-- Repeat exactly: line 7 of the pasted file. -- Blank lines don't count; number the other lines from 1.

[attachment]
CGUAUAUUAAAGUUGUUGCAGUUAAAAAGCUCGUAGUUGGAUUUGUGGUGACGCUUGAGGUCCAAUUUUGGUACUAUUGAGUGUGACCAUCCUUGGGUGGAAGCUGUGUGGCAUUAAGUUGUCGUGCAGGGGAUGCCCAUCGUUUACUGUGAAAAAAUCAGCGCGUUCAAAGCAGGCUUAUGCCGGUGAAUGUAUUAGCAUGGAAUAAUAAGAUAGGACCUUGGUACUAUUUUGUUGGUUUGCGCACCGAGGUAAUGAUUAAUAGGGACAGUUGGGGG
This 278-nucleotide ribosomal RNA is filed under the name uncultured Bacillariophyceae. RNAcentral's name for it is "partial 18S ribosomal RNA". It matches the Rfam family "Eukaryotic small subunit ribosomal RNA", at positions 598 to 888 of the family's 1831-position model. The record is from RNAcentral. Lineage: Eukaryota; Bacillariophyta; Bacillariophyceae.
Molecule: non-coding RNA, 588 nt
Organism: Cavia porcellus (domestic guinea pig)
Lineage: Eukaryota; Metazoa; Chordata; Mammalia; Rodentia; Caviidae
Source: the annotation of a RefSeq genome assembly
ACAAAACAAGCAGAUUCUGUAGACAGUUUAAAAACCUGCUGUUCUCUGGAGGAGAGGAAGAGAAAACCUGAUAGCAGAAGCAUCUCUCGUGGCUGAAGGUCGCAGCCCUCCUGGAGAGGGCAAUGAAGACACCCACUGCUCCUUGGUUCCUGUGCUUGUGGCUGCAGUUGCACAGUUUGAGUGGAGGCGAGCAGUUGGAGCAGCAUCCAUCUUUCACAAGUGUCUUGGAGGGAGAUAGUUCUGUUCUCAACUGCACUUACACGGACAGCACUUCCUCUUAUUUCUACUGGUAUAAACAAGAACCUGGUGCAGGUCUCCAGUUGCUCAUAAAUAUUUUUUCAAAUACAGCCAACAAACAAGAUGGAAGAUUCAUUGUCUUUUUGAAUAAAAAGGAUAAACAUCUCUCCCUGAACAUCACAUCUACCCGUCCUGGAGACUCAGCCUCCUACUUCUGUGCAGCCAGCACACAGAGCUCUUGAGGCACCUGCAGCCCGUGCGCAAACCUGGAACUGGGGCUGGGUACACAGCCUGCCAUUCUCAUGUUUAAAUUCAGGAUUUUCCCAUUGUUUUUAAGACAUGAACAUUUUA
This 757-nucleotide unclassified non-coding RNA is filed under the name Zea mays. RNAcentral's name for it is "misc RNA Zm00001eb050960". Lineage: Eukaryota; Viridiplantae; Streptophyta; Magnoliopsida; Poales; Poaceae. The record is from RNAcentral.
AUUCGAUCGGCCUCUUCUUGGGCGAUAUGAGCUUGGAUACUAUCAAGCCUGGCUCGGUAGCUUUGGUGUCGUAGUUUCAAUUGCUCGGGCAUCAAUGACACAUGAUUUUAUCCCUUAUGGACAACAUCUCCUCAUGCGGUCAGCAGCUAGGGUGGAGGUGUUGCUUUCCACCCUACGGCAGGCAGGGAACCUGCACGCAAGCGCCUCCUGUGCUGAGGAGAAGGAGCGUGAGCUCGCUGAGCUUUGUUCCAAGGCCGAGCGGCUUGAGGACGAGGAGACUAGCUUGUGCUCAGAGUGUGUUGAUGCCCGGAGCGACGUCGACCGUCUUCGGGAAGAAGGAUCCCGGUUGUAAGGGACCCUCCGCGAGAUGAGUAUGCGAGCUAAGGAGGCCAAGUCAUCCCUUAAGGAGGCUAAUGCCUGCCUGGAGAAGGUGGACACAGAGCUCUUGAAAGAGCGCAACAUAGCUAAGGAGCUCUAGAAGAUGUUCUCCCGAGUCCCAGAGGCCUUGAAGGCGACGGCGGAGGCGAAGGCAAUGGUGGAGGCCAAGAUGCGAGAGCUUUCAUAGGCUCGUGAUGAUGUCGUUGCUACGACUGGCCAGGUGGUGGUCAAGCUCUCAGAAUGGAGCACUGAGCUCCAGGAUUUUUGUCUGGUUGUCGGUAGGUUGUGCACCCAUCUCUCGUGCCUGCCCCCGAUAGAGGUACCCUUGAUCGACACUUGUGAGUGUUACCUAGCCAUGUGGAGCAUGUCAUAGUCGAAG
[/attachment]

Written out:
ACAAAACAAGCAGAUUCUGUAGACAGUUUAAAAACCUGCUGUUCUCUGGAGGAGAGGAAGAGAAAACCUGAUAGCAGAAGCAUCUCUCGUGGCUGAAGGUCGCAGCCCUCCUGGAGAGGGCAAUGAAGACACCCACUGCUCCUUGGUUCCUGUGCUUGUGGCUGCAGUUGCACAGUUUGAGUGGAGGCGAGCAGUUGGAGCAGCAUCCAUCUUUCACAAGUGUCUUGGAGGGAGAUAGUUCUGUUCUCAACUGCACUUACACGGACAGCACUUCCUCUUAUUUCUACUGGUAUAAACAAGAACCUGGUGCAGGUCUCCAGUUGCUCAUAAAUAUUUUUUCAAAUACAGCCAACAAACAAGAUGGAAGAUUCAUUGUCUUUUUGAAUAAAAAGGAUAAACAUCUCUCCCUGAACAUCACAUCUACCCGUCCUGGAGACUCAGCCUCCUACUUCUGUGCAGCCAGCACACAGAGCUCUUGAGGCACCUGCAGCCCGUGCGCAAACCUGGAACUGGGGCUGGGUACACAGCCUGCCAUUCUCAUGUUUAAAUUCAGGAUUUUCCCAUUGUUUUUAAGACAUGAACAUUUUA